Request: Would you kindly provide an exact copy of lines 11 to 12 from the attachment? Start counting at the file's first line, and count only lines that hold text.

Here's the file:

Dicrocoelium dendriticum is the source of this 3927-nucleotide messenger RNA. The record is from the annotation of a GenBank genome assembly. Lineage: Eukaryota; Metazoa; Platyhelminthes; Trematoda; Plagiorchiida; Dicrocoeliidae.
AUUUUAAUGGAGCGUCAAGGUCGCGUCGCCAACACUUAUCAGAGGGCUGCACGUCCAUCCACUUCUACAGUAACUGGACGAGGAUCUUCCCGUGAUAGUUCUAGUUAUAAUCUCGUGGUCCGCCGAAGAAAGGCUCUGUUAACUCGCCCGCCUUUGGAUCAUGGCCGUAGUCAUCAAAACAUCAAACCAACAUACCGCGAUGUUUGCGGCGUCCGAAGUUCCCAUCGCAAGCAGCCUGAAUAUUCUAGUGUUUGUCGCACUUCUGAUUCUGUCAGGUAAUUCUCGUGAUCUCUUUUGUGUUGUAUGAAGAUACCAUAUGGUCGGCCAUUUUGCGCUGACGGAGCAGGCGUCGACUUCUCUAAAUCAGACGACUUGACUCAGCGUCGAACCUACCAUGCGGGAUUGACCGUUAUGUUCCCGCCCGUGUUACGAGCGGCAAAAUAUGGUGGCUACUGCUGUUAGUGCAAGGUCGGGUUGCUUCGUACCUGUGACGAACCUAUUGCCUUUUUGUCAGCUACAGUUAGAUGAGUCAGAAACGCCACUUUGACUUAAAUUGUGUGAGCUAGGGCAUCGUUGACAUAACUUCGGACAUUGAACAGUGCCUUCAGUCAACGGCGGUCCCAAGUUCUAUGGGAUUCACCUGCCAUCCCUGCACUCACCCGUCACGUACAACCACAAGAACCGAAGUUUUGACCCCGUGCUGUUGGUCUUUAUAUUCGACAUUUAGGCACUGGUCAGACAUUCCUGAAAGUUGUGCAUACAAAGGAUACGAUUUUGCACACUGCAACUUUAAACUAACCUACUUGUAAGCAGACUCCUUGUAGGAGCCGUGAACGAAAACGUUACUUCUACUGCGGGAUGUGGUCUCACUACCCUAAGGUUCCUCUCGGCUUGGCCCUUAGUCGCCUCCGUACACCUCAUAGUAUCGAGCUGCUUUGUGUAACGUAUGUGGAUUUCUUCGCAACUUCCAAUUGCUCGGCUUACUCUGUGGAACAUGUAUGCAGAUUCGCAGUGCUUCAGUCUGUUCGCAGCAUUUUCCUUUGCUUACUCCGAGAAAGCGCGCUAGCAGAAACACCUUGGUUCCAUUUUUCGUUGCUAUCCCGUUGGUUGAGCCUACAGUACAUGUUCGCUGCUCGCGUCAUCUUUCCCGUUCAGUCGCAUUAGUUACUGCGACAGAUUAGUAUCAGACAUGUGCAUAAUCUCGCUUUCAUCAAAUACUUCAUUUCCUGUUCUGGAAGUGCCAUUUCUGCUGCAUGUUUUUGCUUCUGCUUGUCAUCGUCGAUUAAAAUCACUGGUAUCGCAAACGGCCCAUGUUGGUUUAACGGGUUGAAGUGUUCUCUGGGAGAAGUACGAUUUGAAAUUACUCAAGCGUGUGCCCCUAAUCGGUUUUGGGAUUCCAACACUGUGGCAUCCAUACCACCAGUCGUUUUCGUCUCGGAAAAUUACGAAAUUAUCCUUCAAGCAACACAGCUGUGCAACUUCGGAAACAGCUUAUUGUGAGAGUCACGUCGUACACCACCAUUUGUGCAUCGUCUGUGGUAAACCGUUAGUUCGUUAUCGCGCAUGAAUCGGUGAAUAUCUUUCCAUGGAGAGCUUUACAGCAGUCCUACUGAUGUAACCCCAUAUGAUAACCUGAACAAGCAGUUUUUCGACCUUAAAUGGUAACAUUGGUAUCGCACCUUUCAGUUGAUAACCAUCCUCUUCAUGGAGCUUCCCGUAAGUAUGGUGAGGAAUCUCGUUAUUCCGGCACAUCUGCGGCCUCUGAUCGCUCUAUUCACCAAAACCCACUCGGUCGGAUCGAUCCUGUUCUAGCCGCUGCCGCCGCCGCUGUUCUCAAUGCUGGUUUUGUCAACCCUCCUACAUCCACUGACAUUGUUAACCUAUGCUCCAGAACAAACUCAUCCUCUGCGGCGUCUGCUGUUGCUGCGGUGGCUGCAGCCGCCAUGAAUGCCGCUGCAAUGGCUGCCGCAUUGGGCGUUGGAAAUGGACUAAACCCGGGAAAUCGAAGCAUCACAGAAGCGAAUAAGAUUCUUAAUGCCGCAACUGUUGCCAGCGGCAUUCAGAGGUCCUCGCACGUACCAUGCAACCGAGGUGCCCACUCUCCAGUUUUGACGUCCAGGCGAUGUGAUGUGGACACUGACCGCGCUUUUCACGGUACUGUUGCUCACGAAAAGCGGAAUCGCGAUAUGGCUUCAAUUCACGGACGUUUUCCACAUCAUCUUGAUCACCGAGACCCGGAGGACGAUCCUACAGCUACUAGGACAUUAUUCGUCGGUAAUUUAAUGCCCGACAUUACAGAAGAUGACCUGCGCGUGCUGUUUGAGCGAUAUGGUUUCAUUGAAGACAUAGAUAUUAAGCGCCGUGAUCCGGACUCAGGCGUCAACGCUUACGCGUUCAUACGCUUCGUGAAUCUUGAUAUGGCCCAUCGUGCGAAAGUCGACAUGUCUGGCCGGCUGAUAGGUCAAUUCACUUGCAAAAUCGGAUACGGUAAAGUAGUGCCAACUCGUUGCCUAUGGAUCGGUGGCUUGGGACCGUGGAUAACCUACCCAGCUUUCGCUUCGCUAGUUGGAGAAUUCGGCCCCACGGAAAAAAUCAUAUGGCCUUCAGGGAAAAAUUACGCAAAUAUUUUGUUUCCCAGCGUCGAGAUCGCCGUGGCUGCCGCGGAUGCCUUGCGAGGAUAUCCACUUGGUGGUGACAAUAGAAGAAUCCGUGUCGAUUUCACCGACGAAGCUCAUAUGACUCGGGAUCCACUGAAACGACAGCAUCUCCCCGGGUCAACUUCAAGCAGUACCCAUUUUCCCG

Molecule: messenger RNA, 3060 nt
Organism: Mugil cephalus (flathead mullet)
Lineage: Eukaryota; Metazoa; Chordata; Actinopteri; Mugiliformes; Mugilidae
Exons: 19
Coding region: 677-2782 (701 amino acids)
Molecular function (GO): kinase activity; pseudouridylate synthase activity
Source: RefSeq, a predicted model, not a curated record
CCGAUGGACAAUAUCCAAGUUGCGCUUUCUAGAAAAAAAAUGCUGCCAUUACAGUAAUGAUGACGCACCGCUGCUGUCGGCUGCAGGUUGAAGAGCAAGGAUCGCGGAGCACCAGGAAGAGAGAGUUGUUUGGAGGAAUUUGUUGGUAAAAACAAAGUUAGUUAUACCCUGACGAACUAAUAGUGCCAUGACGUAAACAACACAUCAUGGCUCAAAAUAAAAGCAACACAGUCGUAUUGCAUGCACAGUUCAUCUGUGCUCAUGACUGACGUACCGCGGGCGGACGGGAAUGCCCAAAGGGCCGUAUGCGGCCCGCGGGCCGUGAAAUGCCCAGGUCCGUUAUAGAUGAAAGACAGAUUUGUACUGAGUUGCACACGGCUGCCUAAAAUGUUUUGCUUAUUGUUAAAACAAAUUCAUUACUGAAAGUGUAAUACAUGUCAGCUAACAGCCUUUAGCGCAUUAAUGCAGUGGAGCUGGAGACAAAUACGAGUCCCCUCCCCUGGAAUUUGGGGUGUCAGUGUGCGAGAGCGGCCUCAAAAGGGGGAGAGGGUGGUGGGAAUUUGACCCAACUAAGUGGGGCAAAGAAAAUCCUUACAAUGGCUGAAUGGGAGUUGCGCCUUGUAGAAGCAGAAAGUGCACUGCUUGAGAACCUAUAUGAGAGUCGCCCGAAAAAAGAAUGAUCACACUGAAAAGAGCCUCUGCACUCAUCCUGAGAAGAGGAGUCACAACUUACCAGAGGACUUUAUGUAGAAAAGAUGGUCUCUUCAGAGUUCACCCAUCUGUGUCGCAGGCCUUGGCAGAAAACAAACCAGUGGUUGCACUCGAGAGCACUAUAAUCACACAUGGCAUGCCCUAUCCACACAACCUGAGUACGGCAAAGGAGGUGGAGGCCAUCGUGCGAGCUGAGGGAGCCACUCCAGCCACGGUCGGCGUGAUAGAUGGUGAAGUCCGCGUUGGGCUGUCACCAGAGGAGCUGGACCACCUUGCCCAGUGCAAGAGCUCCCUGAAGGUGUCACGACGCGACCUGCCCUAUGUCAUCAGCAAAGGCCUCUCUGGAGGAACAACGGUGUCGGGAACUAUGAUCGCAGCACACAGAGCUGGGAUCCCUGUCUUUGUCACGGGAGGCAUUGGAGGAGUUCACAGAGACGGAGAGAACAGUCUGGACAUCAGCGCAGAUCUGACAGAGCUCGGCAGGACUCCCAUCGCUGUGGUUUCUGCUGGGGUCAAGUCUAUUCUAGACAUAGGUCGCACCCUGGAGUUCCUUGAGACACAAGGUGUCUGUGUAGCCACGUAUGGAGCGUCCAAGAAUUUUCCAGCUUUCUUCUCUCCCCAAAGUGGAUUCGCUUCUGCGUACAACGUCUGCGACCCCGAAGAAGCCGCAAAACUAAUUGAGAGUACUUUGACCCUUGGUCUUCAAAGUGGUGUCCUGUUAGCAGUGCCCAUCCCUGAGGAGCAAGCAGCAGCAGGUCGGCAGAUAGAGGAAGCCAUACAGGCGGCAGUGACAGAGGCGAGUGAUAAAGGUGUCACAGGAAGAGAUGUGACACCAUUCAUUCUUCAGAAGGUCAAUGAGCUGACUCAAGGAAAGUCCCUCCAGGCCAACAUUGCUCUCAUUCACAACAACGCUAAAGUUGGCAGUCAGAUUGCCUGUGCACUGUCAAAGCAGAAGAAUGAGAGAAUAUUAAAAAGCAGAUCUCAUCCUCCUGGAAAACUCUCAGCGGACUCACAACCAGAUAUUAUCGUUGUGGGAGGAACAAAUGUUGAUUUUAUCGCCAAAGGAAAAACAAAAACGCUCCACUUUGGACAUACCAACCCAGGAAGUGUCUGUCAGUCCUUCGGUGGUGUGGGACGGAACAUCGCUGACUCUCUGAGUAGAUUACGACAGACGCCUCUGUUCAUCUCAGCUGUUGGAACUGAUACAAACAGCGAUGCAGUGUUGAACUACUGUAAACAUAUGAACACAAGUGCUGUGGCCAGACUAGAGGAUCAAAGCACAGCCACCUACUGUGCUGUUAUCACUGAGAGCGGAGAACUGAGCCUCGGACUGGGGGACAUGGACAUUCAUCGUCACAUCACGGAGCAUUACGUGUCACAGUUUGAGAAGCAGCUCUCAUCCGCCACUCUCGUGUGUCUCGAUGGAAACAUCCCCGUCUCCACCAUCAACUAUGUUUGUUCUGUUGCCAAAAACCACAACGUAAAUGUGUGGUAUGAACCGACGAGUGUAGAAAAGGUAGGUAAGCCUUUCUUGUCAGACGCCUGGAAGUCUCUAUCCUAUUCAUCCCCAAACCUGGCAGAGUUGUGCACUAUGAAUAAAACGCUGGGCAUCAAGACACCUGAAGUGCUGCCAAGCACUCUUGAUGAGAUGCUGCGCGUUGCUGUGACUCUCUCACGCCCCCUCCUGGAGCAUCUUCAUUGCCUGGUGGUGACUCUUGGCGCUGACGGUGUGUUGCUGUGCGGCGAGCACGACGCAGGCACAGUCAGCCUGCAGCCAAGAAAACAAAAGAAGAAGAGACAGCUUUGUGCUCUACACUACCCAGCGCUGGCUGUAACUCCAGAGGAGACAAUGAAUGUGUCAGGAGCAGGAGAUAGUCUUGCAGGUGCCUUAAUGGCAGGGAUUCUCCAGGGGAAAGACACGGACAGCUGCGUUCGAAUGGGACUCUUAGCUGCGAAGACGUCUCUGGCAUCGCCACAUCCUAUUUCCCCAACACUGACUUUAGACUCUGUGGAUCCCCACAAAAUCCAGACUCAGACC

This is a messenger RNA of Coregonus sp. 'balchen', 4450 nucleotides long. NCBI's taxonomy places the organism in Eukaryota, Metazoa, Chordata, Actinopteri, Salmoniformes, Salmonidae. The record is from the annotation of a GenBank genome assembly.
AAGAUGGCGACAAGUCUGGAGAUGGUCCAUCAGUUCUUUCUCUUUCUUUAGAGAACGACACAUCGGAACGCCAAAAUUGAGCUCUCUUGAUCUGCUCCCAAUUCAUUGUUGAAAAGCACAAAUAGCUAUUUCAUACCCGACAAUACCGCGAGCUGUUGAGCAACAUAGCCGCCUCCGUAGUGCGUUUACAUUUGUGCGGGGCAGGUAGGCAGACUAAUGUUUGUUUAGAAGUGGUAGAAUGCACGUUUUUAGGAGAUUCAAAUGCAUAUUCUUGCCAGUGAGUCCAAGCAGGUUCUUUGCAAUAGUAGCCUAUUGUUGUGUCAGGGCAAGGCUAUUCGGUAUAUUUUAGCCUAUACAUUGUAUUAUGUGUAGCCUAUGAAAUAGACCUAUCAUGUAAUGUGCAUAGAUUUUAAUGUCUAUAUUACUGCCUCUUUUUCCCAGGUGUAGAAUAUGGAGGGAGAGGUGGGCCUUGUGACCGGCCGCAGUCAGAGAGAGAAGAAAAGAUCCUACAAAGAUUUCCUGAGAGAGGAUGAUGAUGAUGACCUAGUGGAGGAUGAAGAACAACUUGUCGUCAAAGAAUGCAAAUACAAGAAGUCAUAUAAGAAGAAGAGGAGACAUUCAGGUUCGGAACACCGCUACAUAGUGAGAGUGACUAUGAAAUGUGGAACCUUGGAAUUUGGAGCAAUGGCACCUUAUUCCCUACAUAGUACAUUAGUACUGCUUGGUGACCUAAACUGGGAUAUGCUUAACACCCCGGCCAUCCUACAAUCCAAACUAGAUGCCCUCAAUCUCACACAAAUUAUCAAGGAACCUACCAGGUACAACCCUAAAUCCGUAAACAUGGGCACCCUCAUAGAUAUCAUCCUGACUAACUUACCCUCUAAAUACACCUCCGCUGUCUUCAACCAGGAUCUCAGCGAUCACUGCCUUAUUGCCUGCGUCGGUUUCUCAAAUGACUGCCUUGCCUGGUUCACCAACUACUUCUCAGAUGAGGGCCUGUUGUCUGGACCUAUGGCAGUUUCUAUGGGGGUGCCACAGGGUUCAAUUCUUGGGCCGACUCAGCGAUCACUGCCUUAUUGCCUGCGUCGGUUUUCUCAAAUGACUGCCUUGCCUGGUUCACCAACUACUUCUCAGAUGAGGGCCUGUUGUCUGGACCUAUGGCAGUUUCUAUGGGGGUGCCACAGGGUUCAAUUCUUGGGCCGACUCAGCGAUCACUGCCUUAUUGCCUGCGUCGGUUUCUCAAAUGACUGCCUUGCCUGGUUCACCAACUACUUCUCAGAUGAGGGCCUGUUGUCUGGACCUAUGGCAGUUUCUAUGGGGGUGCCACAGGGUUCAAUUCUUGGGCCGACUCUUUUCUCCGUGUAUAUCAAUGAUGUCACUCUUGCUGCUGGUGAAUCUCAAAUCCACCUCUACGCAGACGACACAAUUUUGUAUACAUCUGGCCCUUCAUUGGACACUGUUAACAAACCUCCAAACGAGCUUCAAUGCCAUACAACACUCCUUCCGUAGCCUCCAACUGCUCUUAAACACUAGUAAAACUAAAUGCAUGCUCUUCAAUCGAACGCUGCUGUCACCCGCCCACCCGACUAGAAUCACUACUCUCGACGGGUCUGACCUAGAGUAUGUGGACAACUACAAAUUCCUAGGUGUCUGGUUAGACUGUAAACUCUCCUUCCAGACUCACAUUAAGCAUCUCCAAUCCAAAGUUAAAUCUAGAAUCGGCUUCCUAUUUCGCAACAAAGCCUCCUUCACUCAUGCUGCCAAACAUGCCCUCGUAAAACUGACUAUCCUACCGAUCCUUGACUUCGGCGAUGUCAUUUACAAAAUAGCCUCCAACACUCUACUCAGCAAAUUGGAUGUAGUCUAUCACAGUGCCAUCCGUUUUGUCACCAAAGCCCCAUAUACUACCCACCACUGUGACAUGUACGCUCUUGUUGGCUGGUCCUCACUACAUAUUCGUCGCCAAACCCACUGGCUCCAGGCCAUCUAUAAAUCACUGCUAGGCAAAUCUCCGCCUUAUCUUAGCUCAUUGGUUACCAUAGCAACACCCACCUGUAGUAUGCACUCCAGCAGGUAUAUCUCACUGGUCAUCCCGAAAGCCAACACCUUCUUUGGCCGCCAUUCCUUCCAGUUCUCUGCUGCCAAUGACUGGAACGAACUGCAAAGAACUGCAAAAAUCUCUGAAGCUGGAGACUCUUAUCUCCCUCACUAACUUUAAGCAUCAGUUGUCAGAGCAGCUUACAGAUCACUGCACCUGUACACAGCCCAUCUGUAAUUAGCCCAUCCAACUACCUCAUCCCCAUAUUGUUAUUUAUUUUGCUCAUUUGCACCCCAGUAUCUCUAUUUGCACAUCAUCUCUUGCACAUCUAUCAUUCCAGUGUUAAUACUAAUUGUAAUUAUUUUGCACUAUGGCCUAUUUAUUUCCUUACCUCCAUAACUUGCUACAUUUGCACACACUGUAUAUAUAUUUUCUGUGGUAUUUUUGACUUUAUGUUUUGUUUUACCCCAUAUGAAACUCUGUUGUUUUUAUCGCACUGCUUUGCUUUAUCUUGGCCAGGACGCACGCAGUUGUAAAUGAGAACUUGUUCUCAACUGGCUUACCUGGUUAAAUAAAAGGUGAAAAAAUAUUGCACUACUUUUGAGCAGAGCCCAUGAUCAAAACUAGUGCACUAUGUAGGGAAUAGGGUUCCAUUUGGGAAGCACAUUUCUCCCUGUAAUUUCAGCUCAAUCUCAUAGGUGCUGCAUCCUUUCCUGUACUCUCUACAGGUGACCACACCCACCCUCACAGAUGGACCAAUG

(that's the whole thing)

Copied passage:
This is a messenger RNA of Coregonus sp. 'balchen', 4450 nucleotides long. NCBI's taxonomy places the organism in Eukaryota, Metazoa, Chordata, Actinopteri, Salmoniformes, Salmonidae. The record is from the annotation of a GenBank genome assembly.
AAGAUGGCGACAAGUCUGGAGAUGGUCCAUCAGUUCUUUCUCUUUCUUUAGAGAACGACACAUCGGAACGCCAAAAUUGAGCUCUCUUGAUCUGCUCCCAAUUCAUUGUUGAAAAGCACAAAUAGCUAUUUCAUACCCGACAAUACCGCGAGCUGUUGAGCAACAUAGCCGCCUCCGUAGUGCGUUUACAUUUGUGCGGGGCAGGUAGGCAGACUAAUGUUUGUUUAGAAGUGGUAGAAUGCACGUUUUUAGGAGAUUCAAAUGCAUAUUCUUGCCAGUGAGUCCAAGCAGGUUCUUUGCAAUAGUAGCCUAUUGUUGUGUCAGGGCAAGGCUAUUCGGUAUAUUUUAGCCUAUACAUUGUAUUAUGUGUAGCCUAUGAAAUAGACCUAUCAUGUAAUGUGCAUAGAUUUUAAUGUCUAUAUUACUGCCUCUUUUUCCCAGGUGUAGAAUAUGGAGGGAGAGGUGGGCCUUGUGACCGGCCGCAGUCAGAGAGAGAAGAAAAGAUCCUACAAAGAUUUCCUGAGAGAGGAUGAUGAUGAUGACCUAGUGGAGGAUGAAGAACAACUUGUCGUCAAAGAAUGCAAAUACAAGAAGUCAUAUAAGAAGAAGAGGAGACAUUCAGGUUCGGAACACCGCUACAUAGUGAGAGUGACUAUGAAAUGUGGAACCUUGGAAUUUGGAGCAAUGGCACCUUAUUCCCUACAUAGUACAUUAGUACUGCUUGGUGACCUAAACUGGGAUAUGCUUAACACCCCGGCCAUCCUACAAUCCAAACUAGAUGCCCUCAAUCUCACACAAAUUAUCAAGGAACCUACCAGGUACAACCCUAAAUCCGUAAACAUGGGCACCCUCAUAGAUAUCAUCCUGACUAACUUACCCUCUAAAUACACCUCCGCUGUCUUCAACCAGGAUCUCAGCGAUCACUGCCUUAUUGCCUGCGUCGGUUUCUCAAAUGACUGCCUUGCCUGGUUCACCAACUACUUCUCAGAUGAGGGCCUGUUGUCUGGACCUAUGGCAGUUUCUAUGGGGGUGCCACAGGGUUCAAUUCUUGGGCCGACUCAGCGAUCACUGCCUUAUUGCCUGCGUCGGUUUUCUCAAAUGACUGCCUUGCCUGGUUCACCAACUACUUCUCAGAUGAGGGCCUGUUGUCUGGACCUAUGGCAGUUUCUAUGGGGGUGCCACAGGGUUCAAUUCUUGGGCCGACUCAGCGAUCACUGCCUUAUUGCCUGCGUCGGUUUCUCAAAUGACUGCCUUGCCUGGUUCACCAACUACUUCUCAGAUGAGGGCCUGUUGUCUGGACCUAUGGCAGUUUCUAUGGGGGUGCCACAGGGUUCAAUUCUUGGGCCGACUCUUUUCUCCGUGUAUAUCAAUGAUGUCACUCUUGCUGCUGGUGAAUCUCAAAUCCACCUCUACGCAGACGACACAAUUUUGUAUACAUCUGGCCCUUCAUUGGACACUGUUAACAAACCUCCAAACGAGCUUCAAUGCCAUACAACACUCCUUCCGUAGCCUCCAACUGCUCUUAAACACUAGUAAAACUAAAUGCAUGCUCUUCAAUCGAACGCUGCUGUCACCCGCCCACCCGACUAGAAUCACUACUCUCGACGGGUCUGACCUAGAGUAUGUGGACAACUACAAAUUCCUAGGUGUCUGGUUAGACUGUAAACUCUCCUUCCAGACUCACAUUAAGCAUCUCCAAUCCAAAGUUAAAUCUAGAAUCGGCUUCCUAUUUCGCAACAAAGCCUCCUUCACUCAUGCUGCCAAACAUGCCCUCGUAAAACUGACUAUCCUACCGAUCCUUGACUUCGGCGAUGUCAUUUACAAAAUAGCCUCCAACACUCUACUCAGCAAAUUGGAUGUAGUCUAUCACAGUGCCAUCCGUUUUGUCACCAAAGCCCCAUAUACUACCCACCACUGUGACAUGUACGCUCUUGUUGGCUGGUCCUCACUACAUAUUCGUCGCCAAACCCACUGGCUCCAGGCCAUCUAUAAAUCACUGCUAGGCAAAUCUCCGCCUUAUCUUAGCUCAUUGGUUACCAUAGCAACACCCACCUGUAGUAUGCACUCCAGCAGGUAUAUCUCACUGGUCAUCCCGAAAGCCAACACCUUCUUUGGCCGCCAUUCCUUCCAGUUCUCUGCUGCCAAUGACUGGAACGAACUGCAAAGAACUGCAAAAAUCUCUGAAGCUGGAGACUCUUAUCUCCCUCACUAACUUUAAGCAUCAGUUGUCAGAGCAGCUUACAGAUCACUGCACCUGUACACAGCCCAUCUGUAAUUAGCCCAUCCAACUACCUCAUCCCCAUAUUGUUAUUUAUUUUGCUCAUUUGCACCCCAGUAUCUCUAUUUGCACAUCAUCUCUUGCACAUCUAUCAUUCCAGUGUUAAUACUAAUUGUAAUUAUUUUGCACUAUGGCCUAUUUAUUUCCUUACCUCCAUAACUUGCUACAUUUGCACACACUGUAUAUAUAUUUUCUGUGGUAUUUUUGACUUUAUGUUUUGUUUUACCCCAUAUGAAACUCUGUUGUUUUUAUCGCACUGCUUUGCUUUAUCUUGGCCAGGACGCACGCAGUUGUAAAUGAGAACUUGUUCUCAACUGGCUUACCUGGUUAAAUAAAAGGUGAAAAAAUAUUGCACUACUUUUGAGCAGAGCCCAUGAUCAAAACUAGUGCACUAUGUAGGGAAUAGGGUUCCAUUUGGGAAGCACAUUUCUCCCUGUAAUUUCAGCUCAAUCUCAUAGGUGCUGCAUCCUUUCCUGUACUCUCUACAGGUGACCACACCCACCCUCACAGAUGGACCAAUG